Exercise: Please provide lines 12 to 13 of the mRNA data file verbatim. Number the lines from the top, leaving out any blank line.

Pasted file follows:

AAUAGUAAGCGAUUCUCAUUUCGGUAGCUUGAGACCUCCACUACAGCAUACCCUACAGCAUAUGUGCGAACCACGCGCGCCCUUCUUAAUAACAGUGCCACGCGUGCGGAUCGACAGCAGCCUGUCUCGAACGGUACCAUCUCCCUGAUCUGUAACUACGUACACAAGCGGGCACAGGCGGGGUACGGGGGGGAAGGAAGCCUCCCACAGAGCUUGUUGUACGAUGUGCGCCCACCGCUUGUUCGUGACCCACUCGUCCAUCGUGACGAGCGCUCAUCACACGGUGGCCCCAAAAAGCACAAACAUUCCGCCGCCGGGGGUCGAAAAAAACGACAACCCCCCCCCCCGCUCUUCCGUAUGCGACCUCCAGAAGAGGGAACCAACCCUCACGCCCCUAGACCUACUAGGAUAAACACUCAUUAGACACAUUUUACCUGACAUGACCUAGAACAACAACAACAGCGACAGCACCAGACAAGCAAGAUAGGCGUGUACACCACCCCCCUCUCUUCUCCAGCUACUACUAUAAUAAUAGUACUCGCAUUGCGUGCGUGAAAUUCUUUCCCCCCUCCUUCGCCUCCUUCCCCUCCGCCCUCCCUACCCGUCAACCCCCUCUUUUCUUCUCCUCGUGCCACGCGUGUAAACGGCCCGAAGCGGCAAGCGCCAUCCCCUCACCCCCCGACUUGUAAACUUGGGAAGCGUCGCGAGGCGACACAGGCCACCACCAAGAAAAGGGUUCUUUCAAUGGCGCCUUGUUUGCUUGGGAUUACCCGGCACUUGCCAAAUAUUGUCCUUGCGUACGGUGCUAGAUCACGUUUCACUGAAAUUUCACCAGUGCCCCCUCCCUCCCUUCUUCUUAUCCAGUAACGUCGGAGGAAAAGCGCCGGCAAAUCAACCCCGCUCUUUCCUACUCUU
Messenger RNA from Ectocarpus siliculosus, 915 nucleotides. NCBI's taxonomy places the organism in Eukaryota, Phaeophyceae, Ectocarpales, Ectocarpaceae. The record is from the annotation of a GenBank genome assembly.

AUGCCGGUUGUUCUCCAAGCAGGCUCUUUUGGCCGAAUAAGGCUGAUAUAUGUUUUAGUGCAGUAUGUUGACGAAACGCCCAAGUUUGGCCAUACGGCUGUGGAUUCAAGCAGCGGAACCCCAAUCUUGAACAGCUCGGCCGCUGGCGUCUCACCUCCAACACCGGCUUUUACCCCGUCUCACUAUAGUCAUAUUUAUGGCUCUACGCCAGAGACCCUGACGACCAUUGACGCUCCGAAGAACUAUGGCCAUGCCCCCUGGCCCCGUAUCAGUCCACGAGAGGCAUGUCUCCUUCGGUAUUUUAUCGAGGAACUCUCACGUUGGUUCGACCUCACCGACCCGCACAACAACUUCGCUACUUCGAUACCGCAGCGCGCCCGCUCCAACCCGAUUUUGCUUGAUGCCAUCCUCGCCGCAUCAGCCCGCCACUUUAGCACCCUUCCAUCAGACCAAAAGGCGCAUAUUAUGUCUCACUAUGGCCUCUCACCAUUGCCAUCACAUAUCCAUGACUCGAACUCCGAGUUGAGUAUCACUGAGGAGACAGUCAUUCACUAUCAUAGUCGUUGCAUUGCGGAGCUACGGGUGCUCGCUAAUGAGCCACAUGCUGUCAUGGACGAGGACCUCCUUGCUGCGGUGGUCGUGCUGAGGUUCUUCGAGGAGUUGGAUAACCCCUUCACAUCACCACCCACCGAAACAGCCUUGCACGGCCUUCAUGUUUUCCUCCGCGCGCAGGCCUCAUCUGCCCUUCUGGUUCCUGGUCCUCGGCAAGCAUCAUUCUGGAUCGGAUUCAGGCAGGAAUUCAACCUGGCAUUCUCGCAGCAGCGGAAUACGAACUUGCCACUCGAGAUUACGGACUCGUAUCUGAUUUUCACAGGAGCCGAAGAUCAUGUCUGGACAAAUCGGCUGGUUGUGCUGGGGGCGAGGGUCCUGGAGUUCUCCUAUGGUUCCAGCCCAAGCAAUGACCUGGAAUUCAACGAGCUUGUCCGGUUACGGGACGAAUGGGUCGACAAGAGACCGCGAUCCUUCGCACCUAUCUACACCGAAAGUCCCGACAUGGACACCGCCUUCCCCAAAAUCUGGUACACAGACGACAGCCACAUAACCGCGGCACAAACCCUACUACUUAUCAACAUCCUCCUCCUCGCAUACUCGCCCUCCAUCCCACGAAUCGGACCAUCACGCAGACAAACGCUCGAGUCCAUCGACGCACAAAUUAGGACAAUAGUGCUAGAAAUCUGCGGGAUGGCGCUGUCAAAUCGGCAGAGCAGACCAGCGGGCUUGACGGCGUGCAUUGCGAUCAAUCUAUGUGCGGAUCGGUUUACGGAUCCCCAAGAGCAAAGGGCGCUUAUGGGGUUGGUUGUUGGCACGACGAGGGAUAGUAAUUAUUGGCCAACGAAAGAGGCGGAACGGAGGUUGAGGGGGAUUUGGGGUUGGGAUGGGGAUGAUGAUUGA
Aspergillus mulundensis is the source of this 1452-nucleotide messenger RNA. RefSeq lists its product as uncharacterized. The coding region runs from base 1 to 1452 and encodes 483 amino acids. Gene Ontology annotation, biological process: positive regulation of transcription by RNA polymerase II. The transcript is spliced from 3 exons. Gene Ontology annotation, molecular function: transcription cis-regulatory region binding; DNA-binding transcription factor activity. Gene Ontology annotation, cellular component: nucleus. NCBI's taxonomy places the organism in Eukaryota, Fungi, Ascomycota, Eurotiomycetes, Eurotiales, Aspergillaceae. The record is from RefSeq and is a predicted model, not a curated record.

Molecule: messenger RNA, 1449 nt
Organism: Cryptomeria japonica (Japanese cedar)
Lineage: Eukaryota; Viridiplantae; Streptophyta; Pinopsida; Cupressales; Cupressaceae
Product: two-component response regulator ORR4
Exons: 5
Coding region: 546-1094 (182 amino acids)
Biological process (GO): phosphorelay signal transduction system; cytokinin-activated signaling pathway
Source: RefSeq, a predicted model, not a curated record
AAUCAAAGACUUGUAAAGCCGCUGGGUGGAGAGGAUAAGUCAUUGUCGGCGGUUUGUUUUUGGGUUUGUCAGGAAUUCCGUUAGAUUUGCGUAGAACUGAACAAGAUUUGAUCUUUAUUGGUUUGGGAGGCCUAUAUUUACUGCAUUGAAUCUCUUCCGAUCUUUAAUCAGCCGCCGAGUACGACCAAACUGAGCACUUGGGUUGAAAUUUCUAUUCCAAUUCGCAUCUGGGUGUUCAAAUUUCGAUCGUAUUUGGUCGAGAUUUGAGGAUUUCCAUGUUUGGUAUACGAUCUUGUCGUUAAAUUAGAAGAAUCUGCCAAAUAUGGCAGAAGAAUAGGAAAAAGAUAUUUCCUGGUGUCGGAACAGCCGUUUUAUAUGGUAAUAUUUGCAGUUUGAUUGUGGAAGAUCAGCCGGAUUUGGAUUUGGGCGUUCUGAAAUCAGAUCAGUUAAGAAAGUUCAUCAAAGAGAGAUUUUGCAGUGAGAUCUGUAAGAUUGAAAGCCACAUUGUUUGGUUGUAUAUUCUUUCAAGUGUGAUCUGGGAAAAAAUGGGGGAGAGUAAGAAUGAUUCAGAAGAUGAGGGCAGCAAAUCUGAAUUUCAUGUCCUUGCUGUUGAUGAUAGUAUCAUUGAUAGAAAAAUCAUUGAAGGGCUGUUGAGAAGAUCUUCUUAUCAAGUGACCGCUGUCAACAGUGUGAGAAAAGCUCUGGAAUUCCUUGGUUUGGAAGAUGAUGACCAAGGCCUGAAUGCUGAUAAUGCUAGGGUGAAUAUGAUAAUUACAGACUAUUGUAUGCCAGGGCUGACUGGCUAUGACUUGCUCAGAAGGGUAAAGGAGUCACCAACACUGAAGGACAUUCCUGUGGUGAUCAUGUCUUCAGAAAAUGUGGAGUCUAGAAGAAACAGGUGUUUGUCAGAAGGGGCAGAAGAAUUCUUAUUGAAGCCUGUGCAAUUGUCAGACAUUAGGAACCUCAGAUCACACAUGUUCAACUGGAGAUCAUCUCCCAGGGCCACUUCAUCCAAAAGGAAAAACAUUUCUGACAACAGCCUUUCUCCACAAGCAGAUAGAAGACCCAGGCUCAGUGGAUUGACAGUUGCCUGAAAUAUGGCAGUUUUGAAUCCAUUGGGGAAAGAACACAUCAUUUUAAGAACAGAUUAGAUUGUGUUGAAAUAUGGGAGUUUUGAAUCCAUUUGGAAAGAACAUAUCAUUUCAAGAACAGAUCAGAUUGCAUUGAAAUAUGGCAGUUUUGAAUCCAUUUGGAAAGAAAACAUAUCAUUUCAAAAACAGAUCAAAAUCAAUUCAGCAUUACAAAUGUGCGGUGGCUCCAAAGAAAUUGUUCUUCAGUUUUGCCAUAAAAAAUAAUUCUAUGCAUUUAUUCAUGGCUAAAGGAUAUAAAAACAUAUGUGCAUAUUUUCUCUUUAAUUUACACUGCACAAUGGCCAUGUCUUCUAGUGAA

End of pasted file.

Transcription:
Source: RefSeq, a predicted model, not a curated record
AAUCAAAGACUUGUAAAGCCGCUGGGUGGAGAGGAUAAGUCAUUGUCGGCGGUUUGUUUUUGGGUUUGUCAGGAAUUCCGUUAGAUUUGCGUAGAACUGAACAAGAUUUGAUCUUUAUUGGUUUGGGAGGCCUAUAUUUACUGCAUUGAAUCUCUUCCGAUCUUUAAUCAGCCGCCGAGUACGACCAAACUGAGCACUUGGGUUGAAAUUUCUAUUCCAAUUCGCAUCUGGGUGUUCAAAUUUCGAUCGUAUUUGGUCGAGAUUUGAGGAUUUCCAUGUUUGGUAUACGAUCUUGUCGUUAAAUUAGAAGAAUCUGCCAAAUAUGGCAGAAGAAUAGGAAAAAGAUAUUUCCUGGUGUCGGAACAGCCGUUUUAUAUGGUAAUAUUUGCAGUUUGAUUGUGGAAGAUCAGCCGGAUUUGGAUUUGGGCGUUCUGAAAUCAGAUCAGUUAAGAAAGUUCAUCAAAGAGAGAUUUUGCAGUGAGAUCUGUAAGAUUGAAAGCCACAUUGUUUGGUUGUAUAUUCUUUCAAGUGUGAUCUGGGAAAAAAUGGGGGAGAGUAAGAAUGAUUCAGAAGAUGAGGGCAGCAAAUCUGAAUUUCAUGUCCUUGCUGUUGAUGAUAGUAUCAUUGAUAGAAAAAUCAUUGAAGGGCUGUUGAGAAGAUCUUCUUAUCAAGUGACCGCUGUCAACAGUGUGAGAAAAGCUCUGGAAUUCCUUGGUUUGGAAGAUGAUGACCAAGGCCUGAAUGCUGAUAAUGCUAGGGUGAAUAUGAUAAUUACAGACUAUUGUAUGCCAGGGCUGACUGGCUAUGACUUGCUCAGAAGGGUAAAGGAGUCACCAACACUGAAGGACAUUCCUGUGGUGAUCAUGUCUUCAGAAAAUGUGGAGUCUAGAAGAAACAGGUGUUUGUCAGAAGGGGCAGAAGAAUUCUUAUUGAAGCCUGUGCAAUUGUCAGACAUUAGGAACCUCAGAUCACACAUGUUCAACUGGAGAUCAUCUCCCAGGGCCACUUCAUCCAAAAGGAAAAACAUUUCUGACAACAGCCUUUCUCCACAAGCAGAUAGAAGACCCAGGCUCAGUGGAUUGACAGUUGCCUGAAAUAUGGCAGUUUUGAAUCCAUUGGGGAAAGAACACAUCAUUUUAAGAACAGAUUAGAUUGUGUUGAAAUAUGGGAGUUUUGAAUCCAUUUGGAAAGAACAUAUCAUUUCAAGAACAGAUCAGAUUGCAUUGAAAUAUGGCAGUUUUGAAUCCAUUUGGAAAGAAAACAUAUCAUUUCAAAAACAGAUCAAAAUCAAUUCAGCAUUACAAAUGUGCGGUGGCUCCAAAGAAAUUGUUCUUCAGUUUUGCCAUAAAAAAUAAUUCUAUGCAUUUAUUCAUGGCUAAAGGAUAUAAAAACAUAUGUGCAUAUUUUCUCUUUAAUUUACACUGCACAAUGGCCAUGUCUUCUAGUGAA